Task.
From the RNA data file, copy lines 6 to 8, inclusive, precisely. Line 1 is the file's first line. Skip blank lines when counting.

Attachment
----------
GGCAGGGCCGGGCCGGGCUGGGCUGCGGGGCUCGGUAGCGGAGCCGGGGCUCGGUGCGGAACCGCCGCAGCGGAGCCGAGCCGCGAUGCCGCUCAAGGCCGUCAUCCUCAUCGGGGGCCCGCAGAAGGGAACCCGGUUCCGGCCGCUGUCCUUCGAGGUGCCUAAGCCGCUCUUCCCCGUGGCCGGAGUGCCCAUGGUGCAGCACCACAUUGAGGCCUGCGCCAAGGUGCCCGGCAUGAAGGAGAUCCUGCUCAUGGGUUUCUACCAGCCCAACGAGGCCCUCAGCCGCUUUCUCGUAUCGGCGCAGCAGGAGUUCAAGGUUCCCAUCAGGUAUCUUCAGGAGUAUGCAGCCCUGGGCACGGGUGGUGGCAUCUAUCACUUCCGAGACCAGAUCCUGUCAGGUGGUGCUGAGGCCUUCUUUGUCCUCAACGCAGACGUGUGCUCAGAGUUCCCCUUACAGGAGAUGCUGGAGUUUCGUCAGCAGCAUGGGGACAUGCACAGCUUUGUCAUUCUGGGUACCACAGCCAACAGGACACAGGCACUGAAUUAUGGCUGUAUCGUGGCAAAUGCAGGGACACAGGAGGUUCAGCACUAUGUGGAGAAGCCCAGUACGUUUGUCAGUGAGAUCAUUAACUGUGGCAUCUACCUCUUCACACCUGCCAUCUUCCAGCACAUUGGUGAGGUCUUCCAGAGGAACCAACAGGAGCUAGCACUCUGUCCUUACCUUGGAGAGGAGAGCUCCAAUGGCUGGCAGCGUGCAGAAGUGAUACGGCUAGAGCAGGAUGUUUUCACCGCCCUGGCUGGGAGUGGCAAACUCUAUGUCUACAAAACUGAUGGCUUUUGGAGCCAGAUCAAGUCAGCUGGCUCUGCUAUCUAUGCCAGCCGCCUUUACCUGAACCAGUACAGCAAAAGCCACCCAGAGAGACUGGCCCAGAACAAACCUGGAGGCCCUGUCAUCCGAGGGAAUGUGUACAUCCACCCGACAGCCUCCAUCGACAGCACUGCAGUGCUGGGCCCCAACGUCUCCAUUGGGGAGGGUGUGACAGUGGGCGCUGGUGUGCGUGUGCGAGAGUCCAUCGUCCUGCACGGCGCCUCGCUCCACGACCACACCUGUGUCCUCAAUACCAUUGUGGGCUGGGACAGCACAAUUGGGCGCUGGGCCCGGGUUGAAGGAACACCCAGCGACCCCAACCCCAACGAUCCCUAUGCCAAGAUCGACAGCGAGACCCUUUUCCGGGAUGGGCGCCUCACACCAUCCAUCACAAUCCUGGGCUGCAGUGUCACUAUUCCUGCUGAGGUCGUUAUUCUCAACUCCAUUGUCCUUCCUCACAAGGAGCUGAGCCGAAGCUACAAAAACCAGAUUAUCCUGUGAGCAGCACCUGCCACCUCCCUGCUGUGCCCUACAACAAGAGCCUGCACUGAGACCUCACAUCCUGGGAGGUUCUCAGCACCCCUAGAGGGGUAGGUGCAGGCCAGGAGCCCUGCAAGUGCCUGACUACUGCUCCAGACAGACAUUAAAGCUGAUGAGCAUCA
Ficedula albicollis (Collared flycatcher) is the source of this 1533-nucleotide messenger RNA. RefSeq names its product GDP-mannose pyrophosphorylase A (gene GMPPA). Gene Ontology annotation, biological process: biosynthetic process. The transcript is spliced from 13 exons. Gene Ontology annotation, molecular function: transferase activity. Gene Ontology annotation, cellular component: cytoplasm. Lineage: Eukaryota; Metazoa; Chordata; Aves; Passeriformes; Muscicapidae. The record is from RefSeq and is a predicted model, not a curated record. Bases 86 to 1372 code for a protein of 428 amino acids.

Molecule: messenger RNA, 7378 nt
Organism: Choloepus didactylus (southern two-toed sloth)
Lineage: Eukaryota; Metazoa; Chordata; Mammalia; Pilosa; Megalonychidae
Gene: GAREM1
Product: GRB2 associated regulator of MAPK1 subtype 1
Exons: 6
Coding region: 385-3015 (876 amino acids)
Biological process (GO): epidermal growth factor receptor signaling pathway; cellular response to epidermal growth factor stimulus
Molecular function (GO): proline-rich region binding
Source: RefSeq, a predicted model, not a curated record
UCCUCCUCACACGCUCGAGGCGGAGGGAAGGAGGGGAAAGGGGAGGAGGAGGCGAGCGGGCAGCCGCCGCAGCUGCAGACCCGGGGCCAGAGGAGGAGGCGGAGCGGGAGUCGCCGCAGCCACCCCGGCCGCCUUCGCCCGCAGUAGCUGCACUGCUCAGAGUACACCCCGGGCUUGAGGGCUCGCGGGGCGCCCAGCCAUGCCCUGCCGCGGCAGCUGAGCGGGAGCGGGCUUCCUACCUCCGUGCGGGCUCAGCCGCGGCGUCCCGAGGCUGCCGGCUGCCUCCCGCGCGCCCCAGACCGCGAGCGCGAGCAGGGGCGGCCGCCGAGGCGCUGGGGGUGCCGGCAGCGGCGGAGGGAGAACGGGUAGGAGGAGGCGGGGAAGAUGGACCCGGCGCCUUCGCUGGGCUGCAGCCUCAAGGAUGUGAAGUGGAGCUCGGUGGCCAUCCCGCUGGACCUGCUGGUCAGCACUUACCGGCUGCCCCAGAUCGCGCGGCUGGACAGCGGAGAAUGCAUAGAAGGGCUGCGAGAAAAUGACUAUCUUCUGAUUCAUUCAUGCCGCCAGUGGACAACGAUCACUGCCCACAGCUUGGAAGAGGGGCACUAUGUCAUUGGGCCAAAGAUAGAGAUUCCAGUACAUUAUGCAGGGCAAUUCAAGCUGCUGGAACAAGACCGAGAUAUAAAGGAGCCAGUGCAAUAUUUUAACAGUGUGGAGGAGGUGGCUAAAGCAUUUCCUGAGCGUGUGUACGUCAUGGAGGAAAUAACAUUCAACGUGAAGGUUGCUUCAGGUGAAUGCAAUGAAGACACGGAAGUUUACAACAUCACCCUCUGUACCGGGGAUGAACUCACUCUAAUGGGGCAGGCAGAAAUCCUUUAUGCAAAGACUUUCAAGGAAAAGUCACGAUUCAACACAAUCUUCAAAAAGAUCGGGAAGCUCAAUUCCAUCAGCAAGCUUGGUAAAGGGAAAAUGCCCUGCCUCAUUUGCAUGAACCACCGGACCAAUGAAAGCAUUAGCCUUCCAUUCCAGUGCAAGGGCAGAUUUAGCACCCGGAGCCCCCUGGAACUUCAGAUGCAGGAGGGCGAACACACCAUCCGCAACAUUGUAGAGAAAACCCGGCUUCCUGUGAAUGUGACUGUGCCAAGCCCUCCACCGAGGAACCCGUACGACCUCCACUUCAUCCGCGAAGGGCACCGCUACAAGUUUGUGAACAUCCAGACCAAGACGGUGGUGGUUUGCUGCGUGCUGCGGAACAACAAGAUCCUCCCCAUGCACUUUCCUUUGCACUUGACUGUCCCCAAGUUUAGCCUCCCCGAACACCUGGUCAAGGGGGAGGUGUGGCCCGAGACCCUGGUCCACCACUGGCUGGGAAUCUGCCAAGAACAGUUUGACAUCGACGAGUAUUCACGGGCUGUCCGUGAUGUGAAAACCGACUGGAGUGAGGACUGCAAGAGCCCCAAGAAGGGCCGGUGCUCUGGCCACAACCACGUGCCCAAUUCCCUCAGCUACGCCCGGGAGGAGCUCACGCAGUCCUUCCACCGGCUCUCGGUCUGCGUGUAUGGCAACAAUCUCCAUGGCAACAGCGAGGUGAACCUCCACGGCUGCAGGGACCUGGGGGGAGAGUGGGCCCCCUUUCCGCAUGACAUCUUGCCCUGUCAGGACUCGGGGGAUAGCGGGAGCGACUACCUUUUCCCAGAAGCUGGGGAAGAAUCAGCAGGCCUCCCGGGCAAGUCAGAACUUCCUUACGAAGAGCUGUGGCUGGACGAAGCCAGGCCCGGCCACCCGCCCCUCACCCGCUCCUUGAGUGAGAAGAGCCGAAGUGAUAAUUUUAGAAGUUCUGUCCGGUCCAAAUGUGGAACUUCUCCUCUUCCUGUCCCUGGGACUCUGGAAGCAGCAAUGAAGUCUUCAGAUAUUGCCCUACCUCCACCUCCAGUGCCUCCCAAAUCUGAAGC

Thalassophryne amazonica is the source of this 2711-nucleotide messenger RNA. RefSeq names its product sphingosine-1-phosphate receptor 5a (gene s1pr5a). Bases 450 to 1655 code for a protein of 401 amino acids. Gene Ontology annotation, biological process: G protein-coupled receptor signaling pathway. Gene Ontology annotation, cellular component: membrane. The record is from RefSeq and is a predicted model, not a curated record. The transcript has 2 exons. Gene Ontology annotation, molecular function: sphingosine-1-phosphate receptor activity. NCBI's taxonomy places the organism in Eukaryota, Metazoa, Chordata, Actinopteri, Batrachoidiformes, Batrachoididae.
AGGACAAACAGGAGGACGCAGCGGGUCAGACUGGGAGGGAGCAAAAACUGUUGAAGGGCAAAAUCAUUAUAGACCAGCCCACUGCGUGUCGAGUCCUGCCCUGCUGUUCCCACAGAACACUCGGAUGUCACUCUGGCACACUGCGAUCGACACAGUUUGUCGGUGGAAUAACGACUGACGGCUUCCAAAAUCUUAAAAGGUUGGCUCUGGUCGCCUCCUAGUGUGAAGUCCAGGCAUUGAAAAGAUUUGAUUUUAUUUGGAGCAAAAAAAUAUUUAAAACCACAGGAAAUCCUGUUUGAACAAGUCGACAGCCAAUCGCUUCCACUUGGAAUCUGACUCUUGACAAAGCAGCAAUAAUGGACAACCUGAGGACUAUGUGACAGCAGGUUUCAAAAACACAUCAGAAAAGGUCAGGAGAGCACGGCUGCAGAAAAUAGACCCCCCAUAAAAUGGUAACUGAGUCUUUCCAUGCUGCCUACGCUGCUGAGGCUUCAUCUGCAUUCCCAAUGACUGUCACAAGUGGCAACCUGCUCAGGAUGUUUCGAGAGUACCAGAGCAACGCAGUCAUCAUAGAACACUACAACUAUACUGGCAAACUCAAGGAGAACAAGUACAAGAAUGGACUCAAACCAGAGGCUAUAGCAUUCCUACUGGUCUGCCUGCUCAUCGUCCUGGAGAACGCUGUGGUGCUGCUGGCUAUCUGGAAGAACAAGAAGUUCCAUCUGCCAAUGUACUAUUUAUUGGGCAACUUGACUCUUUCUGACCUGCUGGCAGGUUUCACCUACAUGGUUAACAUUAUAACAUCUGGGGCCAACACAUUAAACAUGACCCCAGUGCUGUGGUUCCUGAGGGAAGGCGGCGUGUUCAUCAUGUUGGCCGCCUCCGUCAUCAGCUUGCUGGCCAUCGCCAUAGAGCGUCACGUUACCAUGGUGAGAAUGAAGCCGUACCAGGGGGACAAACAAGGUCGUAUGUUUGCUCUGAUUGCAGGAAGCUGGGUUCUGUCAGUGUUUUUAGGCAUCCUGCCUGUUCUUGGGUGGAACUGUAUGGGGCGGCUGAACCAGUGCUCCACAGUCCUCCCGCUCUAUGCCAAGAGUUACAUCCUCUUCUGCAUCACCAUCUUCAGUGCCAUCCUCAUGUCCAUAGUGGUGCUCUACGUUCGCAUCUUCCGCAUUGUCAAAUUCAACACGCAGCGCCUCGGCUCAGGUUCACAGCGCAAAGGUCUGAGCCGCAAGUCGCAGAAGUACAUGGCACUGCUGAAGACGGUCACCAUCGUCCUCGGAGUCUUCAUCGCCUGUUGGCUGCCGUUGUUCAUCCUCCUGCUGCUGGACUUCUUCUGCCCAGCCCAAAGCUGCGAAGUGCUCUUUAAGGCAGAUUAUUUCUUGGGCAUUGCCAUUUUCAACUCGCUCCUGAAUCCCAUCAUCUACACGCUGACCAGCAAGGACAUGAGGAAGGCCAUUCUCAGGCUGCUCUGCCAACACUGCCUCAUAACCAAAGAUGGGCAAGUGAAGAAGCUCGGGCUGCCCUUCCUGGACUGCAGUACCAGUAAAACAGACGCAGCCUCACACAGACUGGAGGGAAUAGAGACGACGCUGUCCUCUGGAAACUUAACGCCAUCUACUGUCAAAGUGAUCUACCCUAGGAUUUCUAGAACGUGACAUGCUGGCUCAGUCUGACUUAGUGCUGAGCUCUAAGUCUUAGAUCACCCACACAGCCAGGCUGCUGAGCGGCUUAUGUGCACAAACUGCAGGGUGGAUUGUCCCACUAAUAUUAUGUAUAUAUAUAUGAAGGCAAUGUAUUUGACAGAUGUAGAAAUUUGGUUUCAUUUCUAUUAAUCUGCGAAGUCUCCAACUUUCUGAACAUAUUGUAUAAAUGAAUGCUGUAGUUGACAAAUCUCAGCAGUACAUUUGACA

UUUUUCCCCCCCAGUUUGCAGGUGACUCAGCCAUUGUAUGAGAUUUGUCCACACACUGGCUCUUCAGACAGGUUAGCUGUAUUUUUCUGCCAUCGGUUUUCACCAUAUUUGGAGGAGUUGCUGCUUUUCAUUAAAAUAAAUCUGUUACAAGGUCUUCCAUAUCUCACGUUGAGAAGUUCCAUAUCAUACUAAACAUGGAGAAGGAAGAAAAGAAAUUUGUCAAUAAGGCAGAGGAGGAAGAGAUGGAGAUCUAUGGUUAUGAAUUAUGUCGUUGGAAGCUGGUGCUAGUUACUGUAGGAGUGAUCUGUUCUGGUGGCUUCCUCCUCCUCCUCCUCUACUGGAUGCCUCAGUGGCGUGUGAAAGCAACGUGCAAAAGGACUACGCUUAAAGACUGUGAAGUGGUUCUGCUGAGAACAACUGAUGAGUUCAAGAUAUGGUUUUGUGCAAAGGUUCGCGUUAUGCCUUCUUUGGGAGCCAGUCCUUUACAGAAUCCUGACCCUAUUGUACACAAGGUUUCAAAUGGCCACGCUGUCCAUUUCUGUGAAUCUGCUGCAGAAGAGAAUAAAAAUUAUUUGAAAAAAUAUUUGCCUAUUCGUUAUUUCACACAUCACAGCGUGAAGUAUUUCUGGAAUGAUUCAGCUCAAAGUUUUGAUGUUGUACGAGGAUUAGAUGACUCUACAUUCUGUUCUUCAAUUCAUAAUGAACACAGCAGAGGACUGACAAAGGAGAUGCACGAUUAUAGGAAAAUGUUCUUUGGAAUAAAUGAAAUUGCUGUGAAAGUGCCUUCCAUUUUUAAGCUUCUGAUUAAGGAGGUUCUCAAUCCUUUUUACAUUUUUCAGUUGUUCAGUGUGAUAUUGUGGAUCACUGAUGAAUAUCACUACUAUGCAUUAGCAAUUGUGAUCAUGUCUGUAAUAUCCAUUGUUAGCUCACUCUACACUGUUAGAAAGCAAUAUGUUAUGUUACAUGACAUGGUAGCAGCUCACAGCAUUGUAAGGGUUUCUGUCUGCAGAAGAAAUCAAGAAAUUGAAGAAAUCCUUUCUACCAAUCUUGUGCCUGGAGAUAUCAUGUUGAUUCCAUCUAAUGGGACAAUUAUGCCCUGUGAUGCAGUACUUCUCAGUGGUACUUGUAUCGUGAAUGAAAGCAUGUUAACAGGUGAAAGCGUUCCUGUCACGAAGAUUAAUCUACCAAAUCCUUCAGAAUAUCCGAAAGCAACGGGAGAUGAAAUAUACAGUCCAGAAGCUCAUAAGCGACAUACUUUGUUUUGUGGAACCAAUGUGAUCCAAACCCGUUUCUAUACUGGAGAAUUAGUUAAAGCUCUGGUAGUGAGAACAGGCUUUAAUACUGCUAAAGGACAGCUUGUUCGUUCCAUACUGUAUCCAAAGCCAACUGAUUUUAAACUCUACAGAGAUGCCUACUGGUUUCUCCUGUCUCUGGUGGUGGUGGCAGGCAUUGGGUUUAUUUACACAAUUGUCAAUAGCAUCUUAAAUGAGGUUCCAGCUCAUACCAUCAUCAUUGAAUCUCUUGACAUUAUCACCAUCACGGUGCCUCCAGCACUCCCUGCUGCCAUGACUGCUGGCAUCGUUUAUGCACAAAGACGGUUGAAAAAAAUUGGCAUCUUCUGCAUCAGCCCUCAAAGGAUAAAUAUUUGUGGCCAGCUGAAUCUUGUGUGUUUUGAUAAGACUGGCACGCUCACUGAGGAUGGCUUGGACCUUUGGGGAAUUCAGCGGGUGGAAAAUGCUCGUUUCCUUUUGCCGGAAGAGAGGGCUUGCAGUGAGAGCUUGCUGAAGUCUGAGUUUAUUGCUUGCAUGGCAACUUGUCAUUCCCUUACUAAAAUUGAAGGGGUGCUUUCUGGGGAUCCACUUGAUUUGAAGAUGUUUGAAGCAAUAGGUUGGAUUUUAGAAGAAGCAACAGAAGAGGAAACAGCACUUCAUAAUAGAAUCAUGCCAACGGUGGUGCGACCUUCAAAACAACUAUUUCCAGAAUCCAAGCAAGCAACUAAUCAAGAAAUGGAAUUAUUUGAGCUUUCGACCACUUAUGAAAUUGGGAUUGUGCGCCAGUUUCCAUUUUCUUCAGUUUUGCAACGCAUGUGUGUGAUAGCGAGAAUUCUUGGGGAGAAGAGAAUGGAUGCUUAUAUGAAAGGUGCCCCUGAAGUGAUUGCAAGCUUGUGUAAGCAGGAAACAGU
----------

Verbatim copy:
Gene: GAREM1
Product: GRB2 associated regulator of MAPK1 subtype 1
Exons: 6